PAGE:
The ACA’s federal insurance marketplaces were created for people who do not have access to affordable health benefits through a job. Fourteen states and the District of Columbia run their own marketplaces under the law. While not covered by Biden’s order, most are giving similar sign-up opportunities because of the pandemic.

The vagueness surrounding the outreach campaign for the impending enrollment time contrasts with the detailed annual presentation of the ACA outreach strategy before each enrollment period under President Barack Obama, whose aides put intense effort into marketing the health insurance created under the law that he helped shepherd through Congress. Biden was Obama’s vice president and often touts his role in the ACA’s creation.

The lack of extra funding for the navigators comes despite the fact that HHS has built up a pot of $1.2 billion in user fees, paid by insurers that sell health plans, which can be used for outreach activities.

The HHS official said that “right now, we are taking a look at navigator funding . . . what’s possible in terms of timing.” He did not say whether the goal was to increase grants within the three-month sign-up or whether that was more likely in time for the regular enrollment period in the fall.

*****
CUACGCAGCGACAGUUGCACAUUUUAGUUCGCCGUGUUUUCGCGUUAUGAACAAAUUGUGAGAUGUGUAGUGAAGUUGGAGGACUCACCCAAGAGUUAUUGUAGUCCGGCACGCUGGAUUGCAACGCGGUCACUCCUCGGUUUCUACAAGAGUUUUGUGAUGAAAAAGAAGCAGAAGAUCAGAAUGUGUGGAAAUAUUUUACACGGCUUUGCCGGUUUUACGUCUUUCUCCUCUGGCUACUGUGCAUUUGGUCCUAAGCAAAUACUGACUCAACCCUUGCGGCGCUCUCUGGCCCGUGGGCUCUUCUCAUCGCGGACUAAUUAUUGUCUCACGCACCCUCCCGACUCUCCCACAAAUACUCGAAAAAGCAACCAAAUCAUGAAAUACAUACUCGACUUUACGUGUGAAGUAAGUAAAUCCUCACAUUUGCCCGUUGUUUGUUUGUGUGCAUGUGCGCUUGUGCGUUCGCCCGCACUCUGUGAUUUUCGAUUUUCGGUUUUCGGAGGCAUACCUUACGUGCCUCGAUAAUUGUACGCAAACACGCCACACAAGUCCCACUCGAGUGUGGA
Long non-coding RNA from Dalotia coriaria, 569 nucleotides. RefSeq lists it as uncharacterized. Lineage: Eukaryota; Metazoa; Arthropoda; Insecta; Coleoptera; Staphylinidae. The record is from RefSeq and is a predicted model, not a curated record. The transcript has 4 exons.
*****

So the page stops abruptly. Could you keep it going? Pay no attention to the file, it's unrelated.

“I worry about it. My staff worries about it. We didn’t budget for a three-month open enrollment,” said Jodi Ray, director of Florida Covering Kids and Families. The group received $5.9 million a year during the Obama administration and now receives $1.6 million. When she asked why her funding was not being increased, Ray said, “I don’t know I got a why.”

In Wisconsin, Espeseth said that even the federal program officer for her group’s grant expected navigators’ funding to increase. Just after Biden ordered the extra enrollment time, Espeseth said, the program officer contacted her to say that, if she had staff she’d needed to let go or whose hours she’d had to reduce because of Trump budget cuts, she should bring them back.